Taste & Tunes: Taste of Asheville takes a musical direction

Photo by Carrie Eidson

Since 2008, the Asheville Independent Restaurants organization has brought together dozens of local chefs each November downtown for a grand celebration of the city’s culinary offerings. For diners who are just beginning to explore the area’s restaurant scene or longtime Asheville foodies who want to check out the new spots in town, Taste of Asheville offers a one-stop opportunity to mingle with chefs and sample their wares.

This year, the food- and drink-focused event takes a fresh turn — and a new name, Taste & Tunes — as it partners with the Asheville Buskers Collective to spotlight local musicians and entertainers. “Some of our members said we need to spice things up a bit,” says AIR executive director Jane Anderson. So, with a bit of inspiration from the Asheville Convention & Visitors Bureau’s new music portal on ExploreAsheville.com, she and AIR’s membership and partnership director, Aubrie Shramko, decided to approach the Asheville Buskers Collective.

“Here we’ve been known for food, Foodtopia and the culinary scene, and obviously we’ve got a great music scene that is now being touted to the world on Explore Asheville; it just seemed like the right thing to do,” says Anderson.

Asheville Buskers Collective representative Andrew Fletcher says three of Asheville’s most recognizable busking acts will perform: the Fly By Night Rounders featuring Abby the Spoon Lady, the Silver Drummer Girl and the All-Arounders. “Asheville’s street performers combined with our great independent restaurants all in one place seemed like a great fit,” he says.

This is the first collaboration the ABC has done with a local nonprofit organization. Since its inception two years ago, the group has been dedicated to advocating for buskers’ rights with the city of Asheville. But following some success in that arena, Fletcher says, members are now “looking for new ways to elevate and legitimize busking. One way is that we created a performer directory that talent buyers can browse to reach out to acts they’ve seen on the street. But with Taste of Asheville, we curated the performers to get just the right mix.”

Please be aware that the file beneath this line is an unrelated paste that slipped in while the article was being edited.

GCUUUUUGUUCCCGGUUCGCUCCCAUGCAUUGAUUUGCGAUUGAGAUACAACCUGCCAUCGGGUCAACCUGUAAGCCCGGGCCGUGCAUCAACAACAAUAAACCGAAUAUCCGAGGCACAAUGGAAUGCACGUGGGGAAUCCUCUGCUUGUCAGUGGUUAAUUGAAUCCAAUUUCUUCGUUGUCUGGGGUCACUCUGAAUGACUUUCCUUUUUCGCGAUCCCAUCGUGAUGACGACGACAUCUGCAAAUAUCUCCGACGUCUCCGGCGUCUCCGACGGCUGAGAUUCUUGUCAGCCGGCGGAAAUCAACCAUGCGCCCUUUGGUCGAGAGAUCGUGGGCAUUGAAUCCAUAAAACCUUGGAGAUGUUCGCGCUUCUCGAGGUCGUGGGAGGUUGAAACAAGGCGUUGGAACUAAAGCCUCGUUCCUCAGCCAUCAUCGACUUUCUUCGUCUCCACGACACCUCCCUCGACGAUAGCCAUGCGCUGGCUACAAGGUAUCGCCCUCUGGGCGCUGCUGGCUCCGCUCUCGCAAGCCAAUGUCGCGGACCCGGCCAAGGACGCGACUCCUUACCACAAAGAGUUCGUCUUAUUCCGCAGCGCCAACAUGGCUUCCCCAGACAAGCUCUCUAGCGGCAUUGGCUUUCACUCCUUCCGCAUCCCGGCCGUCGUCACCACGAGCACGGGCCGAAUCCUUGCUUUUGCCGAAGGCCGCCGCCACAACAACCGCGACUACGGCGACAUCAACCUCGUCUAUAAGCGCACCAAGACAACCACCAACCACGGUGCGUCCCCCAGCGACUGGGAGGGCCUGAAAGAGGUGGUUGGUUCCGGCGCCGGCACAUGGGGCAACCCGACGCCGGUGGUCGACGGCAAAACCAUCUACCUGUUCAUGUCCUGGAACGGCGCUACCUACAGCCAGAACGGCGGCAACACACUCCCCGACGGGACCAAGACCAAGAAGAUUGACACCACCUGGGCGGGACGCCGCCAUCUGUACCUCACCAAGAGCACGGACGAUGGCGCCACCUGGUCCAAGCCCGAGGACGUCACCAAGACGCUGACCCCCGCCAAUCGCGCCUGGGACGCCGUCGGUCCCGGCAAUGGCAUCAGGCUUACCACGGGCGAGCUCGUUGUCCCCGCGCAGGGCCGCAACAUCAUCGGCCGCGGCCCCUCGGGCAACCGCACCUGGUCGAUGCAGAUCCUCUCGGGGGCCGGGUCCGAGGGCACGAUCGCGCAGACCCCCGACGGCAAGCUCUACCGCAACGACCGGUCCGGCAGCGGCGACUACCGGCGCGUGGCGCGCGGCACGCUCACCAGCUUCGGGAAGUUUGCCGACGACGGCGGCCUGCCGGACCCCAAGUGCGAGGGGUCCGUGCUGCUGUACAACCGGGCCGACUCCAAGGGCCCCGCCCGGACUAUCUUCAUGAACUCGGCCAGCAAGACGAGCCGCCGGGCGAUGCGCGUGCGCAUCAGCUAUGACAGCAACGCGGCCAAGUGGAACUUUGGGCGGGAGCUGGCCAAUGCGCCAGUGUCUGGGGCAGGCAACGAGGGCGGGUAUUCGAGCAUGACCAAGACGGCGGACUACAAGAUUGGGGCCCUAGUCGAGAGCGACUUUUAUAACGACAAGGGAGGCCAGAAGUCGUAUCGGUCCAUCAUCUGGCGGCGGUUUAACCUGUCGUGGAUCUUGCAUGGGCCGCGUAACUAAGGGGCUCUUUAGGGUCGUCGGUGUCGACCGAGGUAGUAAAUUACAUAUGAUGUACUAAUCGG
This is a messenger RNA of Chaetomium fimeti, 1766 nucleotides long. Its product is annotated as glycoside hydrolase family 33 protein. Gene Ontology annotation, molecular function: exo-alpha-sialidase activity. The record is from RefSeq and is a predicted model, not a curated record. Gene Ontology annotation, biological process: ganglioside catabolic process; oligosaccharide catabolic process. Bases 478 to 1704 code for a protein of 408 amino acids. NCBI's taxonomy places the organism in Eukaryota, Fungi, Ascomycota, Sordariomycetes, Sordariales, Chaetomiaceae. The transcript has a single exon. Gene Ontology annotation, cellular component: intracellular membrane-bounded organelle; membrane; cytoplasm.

A key component to the partnership with AIR is that the buskers will be compensated for their performances. “Oftentimes, groups that want to book buskers expect them to work solely for tips, but that doesn’t work at private events like it does on the sidewalk,” says Fletcher. “AIR offered very fair wages for our performers, and that’s the standard we’re looking to set. Working with another great local advocacy group like AIR is a logical extension of our work to preserve busking in Asheville.”

Anderson points out that, unlike many food festivals, AIR also provides stipends for participating restaurants to offset the cost of providing the food. At press time, 35 restaurants were confirmed for Taste & Tunes along with Biltmore Wines, Tryon Distributing and Empire Distributors. More will likely jump on board as the date draws closer, says Anderson.

Although there is a lot of competition these days when it comes to food events, Anderson notes that as the only festival put on by the restaurants themselves, Taste & Tunes offers something special. “I think this is the best bang for your buck if you’re looking for an evening to just walk around and enjoy a variety of great food and beverage,” says Anderson.

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About Gina Smith
Gina Smith is the Mountain Xpress Food section editor and writer. She can be reached at gsmith@mountainx.com.

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One thought on “Taste & Tunes: Taste of Asheville takes a musical direction

  1. boatrocker

    Wow, that sounds sort of promising:
    -monetary compensation for live music- who woulda thunk it? For $100 per ticket, let’s see what the compensation is after the fact.
    -Is there a piano there? Kind of an endangered species for moving, tuning, etc- from the website, The Venue looks like it could afford one of those.
    -For all the positive advocacy the ABR does, it almost sounds like (gasp!) a union! Let’s see how many venues are willing to work with them. I hope more than not.

    Baby steps, I guess.

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